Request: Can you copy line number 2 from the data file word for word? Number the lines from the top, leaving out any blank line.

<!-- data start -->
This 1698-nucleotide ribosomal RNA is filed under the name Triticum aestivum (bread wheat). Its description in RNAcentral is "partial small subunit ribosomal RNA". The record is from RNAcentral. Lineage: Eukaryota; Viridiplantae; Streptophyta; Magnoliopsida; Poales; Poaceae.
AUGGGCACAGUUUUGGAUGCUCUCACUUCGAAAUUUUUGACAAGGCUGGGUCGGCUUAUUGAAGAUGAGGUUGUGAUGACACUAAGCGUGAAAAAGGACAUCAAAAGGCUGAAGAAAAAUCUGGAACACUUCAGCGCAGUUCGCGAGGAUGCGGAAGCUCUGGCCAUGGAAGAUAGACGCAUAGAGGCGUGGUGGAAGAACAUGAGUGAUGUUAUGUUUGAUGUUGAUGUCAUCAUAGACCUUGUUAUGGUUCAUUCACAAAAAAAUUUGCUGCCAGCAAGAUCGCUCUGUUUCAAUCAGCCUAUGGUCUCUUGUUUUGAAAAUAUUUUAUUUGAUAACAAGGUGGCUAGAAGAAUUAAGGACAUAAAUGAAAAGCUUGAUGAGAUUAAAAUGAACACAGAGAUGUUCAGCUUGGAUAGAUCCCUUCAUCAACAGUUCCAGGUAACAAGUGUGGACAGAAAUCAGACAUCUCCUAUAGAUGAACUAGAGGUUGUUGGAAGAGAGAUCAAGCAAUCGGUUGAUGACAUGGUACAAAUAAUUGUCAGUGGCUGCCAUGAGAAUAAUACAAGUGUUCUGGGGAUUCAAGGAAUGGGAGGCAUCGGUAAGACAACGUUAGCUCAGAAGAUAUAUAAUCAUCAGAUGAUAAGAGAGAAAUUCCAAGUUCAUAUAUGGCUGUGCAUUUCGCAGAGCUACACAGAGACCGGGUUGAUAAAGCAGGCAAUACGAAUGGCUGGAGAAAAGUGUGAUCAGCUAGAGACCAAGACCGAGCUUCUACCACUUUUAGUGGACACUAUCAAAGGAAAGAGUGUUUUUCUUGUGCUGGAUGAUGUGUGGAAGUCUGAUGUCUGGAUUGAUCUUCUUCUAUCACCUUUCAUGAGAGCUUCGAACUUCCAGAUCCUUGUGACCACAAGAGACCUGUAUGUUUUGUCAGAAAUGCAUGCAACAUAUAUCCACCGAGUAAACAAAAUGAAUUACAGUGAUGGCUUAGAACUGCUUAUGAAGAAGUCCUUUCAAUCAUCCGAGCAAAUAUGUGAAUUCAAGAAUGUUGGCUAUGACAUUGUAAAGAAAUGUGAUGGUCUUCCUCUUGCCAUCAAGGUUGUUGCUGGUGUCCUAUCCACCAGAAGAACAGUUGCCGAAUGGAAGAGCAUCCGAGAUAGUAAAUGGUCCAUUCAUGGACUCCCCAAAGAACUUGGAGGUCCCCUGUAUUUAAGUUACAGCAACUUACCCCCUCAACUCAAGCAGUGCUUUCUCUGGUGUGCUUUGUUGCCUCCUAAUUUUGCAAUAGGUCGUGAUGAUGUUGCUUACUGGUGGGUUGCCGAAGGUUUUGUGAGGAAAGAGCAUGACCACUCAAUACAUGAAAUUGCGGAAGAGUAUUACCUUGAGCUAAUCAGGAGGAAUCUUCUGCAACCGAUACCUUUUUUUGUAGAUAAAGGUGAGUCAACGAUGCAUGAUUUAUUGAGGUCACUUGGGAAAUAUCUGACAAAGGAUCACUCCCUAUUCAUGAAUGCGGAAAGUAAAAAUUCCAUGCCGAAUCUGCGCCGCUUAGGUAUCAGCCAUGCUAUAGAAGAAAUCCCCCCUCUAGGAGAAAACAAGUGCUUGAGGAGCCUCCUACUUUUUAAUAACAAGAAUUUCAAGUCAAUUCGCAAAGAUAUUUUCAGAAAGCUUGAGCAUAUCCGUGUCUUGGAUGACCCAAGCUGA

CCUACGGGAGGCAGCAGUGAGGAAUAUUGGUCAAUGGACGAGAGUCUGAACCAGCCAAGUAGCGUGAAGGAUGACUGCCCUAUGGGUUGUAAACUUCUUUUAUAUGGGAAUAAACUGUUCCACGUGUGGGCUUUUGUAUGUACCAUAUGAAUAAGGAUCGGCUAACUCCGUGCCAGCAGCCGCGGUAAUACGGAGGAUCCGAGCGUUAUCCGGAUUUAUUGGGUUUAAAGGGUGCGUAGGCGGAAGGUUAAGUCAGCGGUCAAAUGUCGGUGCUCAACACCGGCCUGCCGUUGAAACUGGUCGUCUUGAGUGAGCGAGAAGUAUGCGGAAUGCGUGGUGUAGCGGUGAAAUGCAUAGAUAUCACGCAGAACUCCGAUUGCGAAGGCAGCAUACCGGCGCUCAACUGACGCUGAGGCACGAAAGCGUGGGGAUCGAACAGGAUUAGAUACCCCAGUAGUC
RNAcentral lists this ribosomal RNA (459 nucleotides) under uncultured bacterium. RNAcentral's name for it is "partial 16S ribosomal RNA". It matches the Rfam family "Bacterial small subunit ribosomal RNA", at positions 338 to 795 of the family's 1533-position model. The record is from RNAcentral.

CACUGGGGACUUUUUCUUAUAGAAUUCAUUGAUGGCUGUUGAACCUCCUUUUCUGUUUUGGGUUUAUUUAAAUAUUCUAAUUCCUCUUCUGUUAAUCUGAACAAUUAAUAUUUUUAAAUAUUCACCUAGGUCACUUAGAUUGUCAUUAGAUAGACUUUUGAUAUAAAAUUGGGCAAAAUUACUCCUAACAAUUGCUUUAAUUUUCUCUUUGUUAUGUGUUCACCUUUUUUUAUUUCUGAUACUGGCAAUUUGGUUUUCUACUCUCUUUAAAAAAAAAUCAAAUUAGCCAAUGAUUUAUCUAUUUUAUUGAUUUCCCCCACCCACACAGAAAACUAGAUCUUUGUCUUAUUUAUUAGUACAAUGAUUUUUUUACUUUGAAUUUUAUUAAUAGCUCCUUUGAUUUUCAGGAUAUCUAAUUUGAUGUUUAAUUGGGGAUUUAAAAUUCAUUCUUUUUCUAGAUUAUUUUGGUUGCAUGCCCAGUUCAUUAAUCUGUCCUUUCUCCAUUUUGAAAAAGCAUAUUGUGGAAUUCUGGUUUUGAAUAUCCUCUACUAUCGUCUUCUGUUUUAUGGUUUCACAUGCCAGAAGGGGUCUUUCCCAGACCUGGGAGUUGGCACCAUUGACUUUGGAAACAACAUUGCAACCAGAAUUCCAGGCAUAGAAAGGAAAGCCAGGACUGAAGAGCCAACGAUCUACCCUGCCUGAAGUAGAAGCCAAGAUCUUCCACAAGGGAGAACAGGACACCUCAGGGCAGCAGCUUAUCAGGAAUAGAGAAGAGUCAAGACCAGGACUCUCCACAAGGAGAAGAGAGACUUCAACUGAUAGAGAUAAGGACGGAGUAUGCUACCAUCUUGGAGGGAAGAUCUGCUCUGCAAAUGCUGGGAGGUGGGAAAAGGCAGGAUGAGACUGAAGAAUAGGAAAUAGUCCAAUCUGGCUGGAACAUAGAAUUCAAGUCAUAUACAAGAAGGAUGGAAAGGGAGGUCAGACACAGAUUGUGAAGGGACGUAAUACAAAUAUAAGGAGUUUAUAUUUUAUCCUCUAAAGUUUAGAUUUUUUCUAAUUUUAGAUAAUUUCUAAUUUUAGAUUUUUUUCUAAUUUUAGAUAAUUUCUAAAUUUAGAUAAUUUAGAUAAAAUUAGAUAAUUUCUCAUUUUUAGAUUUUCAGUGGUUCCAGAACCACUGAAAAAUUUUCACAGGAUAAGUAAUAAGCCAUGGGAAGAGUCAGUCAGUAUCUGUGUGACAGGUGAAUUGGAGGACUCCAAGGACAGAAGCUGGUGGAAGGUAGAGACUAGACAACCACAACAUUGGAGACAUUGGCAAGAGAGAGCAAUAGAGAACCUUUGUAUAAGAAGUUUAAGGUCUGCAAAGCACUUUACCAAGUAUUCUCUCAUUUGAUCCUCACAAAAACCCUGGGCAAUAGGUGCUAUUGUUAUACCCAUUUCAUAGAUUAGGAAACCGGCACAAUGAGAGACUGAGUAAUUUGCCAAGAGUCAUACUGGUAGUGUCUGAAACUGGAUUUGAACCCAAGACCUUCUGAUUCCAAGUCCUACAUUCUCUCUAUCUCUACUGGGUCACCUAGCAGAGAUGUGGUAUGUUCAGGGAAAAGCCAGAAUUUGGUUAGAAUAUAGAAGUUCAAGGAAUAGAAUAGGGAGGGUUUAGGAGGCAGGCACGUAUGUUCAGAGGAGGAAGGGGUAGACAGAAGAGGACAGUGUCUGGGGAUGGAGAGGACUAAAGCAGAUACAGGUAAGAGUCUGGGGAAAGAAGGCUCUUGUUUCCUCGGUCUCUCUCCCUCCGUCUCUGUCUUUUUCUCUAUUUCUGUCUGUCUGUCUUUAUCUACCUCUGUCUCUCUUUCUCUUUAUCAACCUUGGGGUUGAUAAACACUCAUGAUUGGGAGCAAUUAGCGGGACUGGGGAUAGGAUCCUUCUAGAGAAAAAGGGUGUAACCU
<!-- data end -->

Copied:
AUGGGCACAGUUUUGGAUGCUCUCACUUCGAAAUUUUUGACAAGGCUGGGUCGGCUUAUUGAAGAUGAGGUUGUGAUGACACUAAGCGUGAAAAAGGACAUCAAAAGGCUGAAGAAAAAUCUGGAACACUUCAGCGCAGUUCGCGAGGAUGCGGAAGCUCUGGCCAUGGAAGAUAGACGCAUAGAGGCGUGGUGGAAGAACAUGAGUGAUGUUAUGUUUGAUGUUGAUGUCAUCAUAGACCUUGUUAUGGUUCAUUCACAAAAAAAUUUGCUGCCAGCAAGAUCGCUCUGUUUCAAUCAGCCUAUGGUCUCUUGUUUUGAAAAUAUUUUAUUUGAUAACAAGGUGGCUAGAAGAAUUAAGGACAUAAAUGAAAAGCUUGAUGAGAUUAAAAUGAACACAGAGAUGUUCAGCUUGGAUAGAUCCCUUCAUCAACAGUUCCAGGUAACAAGUGUGGACAGAAAUCAGACAUCUCCUAUAGAUGAACUAGAGGUUGUUGGAAGAGAGAUCAAGCAAUCGGUUGAUGACAUGGUACAAAUAAUUGUCAGUGGCUGCCAUGAGAAUAAUACAAGUGUUCUGGGGAUUCAAGGAAUGGGAGGCAUCGGUAAGACAACGUUAGCUCAGAAGAUAUAUAAUCAUCAGAUGAUAAGAGAGAAAUUCCAAGUUCAUAUAUGGCUGUGCAUUUCGCAGAGCUACACAGAGACCGGGUUGAUAAAGCAGGCAAUACGAAUGGCUGGAGAAAAGUGUGAUCAGCUAGAGACCAAGACCGAGCUUCUACCACUUUUAGUGGACACUAUCAAAGGAAAGAGUGUUUUUCUUGUGCUGGAUGAUGUGUGGAAGUCUGAUGUCUGGAUUGAUCUUCUUCUAUCACCUUUCAUGAGAGCUUCGAACUUCCAGAUCCUUGUGACCACAAGAGACCUGUAUGUUUUGUCAGAAAUGCAUGCAACAUAUAUCCACCGAGUAAACAAAAUGAAUUACAGUGAUGGCUUAGAACUGCUUAUGAAGAAGUCCUUUCAAUCAUCCGAGCAAAUAUGUGAAUUCAAGAAUGUUGGCUAUGACAUUGUAAAGAAAUGUGAUGGUCUUCCUCUUGCCAUCAAGGUUGUUGCUGGUGUCCUAUCCACCAGAAGAACAGUUGCCGAAUGGAAGAGCAUCCGAGAUAGUAAAUGGUCCAUUCAUGGACUCCCCAAAGAACUUGGAGGUCCCCUGUAUUUAAGUUACAGCAACUUACCCCCUCAACUCAAGCAGUGCUUUCUCUGGUGUGCUUUGUUGCCUCCUAAUUUUGCAAUAGGUCGUGAUGAUGUUGCUUACUGGUGGGUUGCCGAAGGUUUUGUGAGGAAAGAGCAUGACCACUCAAUACAUGAAAUUGCGGAAGAGUAUUACCUUGAGCUAAUCAGGAGGAAUCUUCUGCAACCGAUACCUUUUUUUGUAGAUAAAGGUGAGUCAACGAUGCAUGAUUUAUUGAGGUCACUUGGGAAAUAUCUGACAAAGGAUCACUCCCUAUUCAUGAAUGCGGAAAGUAAAAAUUCCAUGCCGAAUCUGCGCCGCUUAGGUAUCAGCCAUGCUAUAGAAGAAAUCCCCCCUCUAGGAGAAAACAAGUGCUUGAGGAGCCUCCUACUUUUUAAUAACAAGAAUUUCAAGUCAAUUCGCAAAGAUAUUUUCAGAAAGCUUGAGCAUAUCCGUGUCUUGGAUGACCCAAGCUGA